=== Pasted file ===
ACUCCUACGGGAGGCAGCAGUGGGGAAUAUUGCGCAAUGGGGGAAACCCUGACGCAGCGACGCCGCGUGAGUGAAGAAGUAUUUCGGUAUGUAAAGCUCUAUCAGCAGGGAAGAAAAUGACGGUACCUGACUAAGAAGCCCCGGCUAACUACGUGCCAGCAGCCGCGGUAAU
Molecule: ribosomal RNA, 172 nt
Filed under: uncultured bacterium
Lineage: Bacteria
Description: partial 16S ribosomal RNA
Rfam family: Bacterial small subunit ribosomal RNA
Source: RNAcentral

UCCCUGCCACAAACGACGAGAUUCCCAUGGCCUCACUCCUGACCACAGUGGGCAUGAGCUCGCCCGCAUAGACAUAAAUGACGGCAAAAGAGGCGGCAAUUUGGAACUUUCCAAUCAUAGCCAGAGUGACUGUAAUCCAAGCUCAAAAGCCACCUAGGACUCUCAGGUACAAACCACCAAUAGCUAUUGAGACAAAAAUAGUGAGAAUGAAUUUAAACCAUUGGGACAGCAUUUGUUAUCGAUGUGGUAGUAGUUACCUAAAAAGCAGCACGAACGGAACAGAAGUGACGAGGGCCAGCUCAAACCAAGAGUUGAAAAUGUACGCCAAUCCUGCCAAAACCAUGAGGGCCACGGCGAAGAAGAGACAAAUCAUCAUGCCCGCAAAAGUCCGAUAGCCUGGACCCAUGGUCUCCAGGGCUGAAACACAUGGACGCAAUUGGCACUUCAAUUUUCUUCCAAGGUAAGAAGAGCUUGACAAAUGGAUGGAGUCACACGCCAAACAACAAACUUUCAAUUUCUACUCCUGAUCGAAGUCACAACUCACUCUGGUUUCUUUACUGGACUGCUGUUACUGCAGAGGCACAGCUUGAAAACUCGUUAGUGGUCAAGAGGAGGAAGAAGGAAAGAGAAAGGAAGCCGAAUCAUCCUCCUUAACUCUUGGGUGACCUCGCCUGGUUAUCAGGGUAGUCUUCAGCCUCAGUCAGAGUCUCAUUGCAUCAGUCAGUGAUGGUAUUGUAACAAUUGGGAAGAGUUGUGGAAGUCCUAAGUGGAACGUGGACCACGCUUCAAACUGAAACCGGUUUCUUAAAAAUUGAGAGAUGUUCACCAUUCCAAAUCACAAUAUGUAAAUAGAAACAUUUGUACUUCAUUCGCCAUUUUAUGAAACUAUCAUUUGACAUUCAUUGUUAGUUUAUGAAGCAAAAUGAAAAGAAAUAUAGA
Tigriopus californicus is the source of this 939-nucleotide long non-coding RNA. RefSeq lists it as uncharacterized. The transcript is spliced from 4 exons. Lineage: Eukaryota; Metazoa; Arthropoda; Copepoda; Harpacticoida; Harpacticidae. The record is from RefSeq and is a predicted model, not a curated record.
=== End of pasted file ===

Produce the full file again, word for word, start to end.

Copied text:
ACUCCUACGGGAGGCAGCAGUGGGGAAUAUUGCGCAAUGGGGGAAACCCUGACGCAGCGACGCCGCGUGAGUGAAGAAGUAUUUCGGUAUGUAAAGCUCUAUCAGCAGGGAAGAAAAUGACGGUACCUGACUAAGAAGCCCCGGCUAACUACGUGCCAGCAGCCGCGGUAAU
Molecule: ribosomal RNA, 172 nt
Filed under: uncultured bacterium
Lineage: Bacteria
Description: partial 16S ribosomal RNA
Rfam family: Bacterial small subunit ribosomal RNA
Source: RNAcentral

UCCCUGCCACAAACGACGAGAUUCCCAUGGCCUCACUCCUGACCACAGUGGGCAUGAGCUCGCCCGCAUAGACAUAAAUGACGGCAAAAGAGGCGGCAAUUUGGAACUUUCCAAUCAUAGCCAGAGUGACUGUAAUCCAAGCUCAAAAGCCACCUAGGACUCUCAGGUACAAACCACCAAUAGCUAUUGAGACAAAAAUAGUGAGAAUGAAUUUAAACCAUUGGGACAGCAUUUGUUAUCGAUGUGGUAGUAGUUACCUAAAAAGCAGCACGAACGGAACAGAAGUGACGAGGGCCAGCUCAAACCAAGAGUUGAAAAUGUACGCCAAUCCUGCCAAAACCAUGAGGGCCACGGCGAAGAAGAGACAAAUCAUCAUGCCCGCAAAAGUCCGAUAGCCUGGACCCAUGGUCUCCAGGGCUGAAACACAUGGACGCAAUUGGCACUUCAAUUUUCUUCCAAGGUAAGAAGAGCUUGACAAAUGGAUGGAGUCACACGCCAAACAACAAACUUUCAAUUUCUACUCCUGAUCGAAGUCACAACUCACUCUGGUUUCUUUACUGGACUGCUGUUACUGCAGAGGCACAGCUUGAAAACUCGUUAGUGGUCAAGAGGAGGAAGAAGGAAAGAGAAAGGAAGCCGAAUCAUCCUCCUUAACUCUUGGGUGACCUCGCCUGGUUAUCAGGGUAGUCUUCAGCCUCAGUCAGAGUCUCAUUGCAUCAGUCAGUGAUGGUAUUGUAACAAUUGGGAAGAGUUGUGGAAGUCCUAAGUGGAACGUGGACCACGCUUCAAACUGAAACCGGUUUCUUAAAAAUUGAGAGAUGUUCACCAUUCCAAAUCACAAUAUGUAAAUAGAAACAUUUGUACUUCAUUCGCCAUUUUAUGAAACUAUCAUUUGACAUUCAUUGUUAGUUUAUGAAGCAAAAUGAAAAGAAAUAUAGA
Tigriopus californicus is the source of this 939-nucleotide long non-coding RNA. RefSeq lists it as uncharacterized. The transcript is spliced from 4 exons. Lineage: Eukaryota; Metazoa; Arthropoda; Copepoda; Harpacticoida; Harpacticidae. The record is from RefSeq and is a predicted model, not a curated record.